“I hardly supposed you would have shown my letters to his Honour but as such letters are simply the reflex of the mind they are at least honest and not studied to fit or please anyone.  If I think it I speak or write it and if I don’t I won’t.” [To Theophilus Daniel, 23rd May 1875] 

On the subject of immigration and new settlements we also have some very interesting insights; 

"There is some country not far from here well suited to shipbuilders – good timber – convenience and a demand for shipping of the right sort – there is an Ordnance just passed to establish two special Settlements on the west coast in the Province of Otago – one of them about sixty miles from here “Preservation Inlet” 100,000 acres of land has been voted and part to be given to first settlers and all the remainder sold for the special benefit of the Settlement as a start for the [?] If I was young and strong I would like such a beginning and would go – but I now begin to tumble about on rough ground and cannot see wet from dry after dark. I am little fitted for a new country but still would have a better idea how to proceed than any newcomer." [To his Daughter Lucy, 29th August 1869]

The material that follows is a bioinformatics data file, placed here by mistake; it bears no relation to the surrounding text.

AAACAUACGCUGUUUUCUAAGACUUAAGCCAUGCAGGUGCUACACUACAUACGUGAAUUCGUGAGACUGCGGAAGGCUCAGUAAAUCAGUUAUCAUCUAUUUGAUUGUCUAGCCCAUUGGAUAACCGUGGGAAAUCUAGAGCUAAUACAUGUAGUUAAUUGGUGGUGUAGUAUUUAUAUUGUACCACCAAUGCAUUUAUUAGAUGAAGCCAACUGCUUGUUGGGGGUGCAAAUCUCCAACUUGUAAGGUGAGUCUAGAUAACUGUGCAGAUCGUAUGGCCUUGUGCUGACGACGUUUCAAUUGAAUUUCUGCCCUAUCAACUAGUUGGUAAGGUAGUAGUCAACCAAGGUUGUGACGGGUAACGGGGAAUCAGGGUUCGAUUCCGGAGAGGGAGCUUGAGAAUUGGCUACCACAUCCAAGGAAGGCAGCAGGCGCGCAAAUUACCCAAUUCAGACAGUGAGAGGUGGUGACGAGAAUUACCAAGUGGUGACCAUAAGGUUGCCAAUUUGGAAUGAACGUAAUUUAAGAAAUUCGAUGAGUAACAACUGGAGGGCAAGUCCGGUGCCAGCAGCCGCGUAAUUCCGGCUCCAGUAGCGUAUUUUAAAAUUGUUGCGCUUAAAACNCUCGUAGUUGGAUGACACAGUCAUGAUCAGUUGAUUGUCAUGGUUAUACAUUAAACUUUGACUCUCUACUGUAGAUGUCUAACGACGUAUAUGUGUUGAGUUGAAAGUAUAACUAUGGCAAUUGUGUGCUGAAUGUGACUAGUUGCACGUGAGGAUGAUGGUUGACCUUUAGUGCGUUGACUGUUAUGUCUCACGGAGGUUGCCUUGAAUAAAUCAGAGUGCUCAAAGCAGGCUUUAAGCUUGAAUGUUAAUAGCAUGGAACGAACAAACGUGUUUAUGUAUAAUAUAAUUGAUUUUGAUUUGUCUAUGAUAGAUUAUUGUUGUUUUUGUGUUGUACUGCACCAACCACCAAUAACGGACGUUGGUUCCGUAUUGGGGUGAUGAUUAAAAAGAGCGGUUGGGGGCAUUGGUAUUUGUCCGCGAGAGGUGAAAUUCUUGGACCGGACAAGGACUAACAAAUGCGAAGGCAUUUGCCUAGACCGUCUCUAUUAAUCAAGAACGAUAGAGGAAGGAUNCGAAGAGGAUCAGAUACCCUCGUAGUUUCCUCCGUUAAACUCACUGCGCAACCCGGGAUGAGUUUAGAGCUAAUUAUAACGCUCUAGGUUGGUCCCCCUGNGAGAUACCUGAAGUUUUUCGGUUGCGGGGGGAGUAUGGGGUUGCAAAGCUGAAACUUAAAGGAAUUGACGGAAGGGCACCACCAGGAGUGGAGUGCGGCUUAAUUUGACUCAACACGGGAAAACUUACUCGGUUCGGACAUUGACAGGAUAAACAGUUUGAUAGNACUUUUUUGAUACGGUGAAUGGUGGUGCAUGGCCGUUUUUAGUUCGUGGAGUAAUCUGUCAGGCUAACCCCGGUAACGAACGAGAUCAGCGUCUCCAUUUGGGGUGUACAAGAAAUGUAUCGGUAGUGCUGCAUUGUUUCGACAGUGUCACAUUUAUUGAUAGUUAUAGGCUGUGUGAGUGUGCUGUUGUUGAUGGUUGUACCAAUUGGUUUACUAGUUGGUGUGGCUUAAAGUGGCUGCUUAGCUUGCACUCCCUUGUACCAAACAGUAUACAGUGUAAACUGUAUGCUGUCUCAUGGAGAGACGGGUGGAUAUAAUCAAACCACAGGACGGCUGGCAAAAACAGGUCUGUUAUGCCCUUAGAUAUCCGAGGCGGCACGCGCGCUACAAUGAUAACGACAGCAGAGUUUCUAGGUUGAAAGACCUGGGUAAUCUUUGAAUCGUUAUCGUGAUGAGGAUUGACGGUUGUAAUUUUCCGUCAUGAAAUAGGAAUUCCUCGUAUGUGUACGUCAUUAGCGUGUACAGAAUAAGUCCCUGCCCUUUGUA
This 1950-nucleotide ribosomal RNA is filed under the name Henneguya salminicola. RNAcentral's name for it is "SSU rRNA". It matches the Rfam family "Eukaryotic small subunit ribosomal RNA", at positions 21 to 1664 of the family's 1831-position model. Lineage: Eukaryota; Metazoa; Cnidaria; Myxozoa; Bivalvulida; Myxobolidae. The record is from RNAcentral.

Edward expands on his belief in new colonial settlements and the best way this should be effected;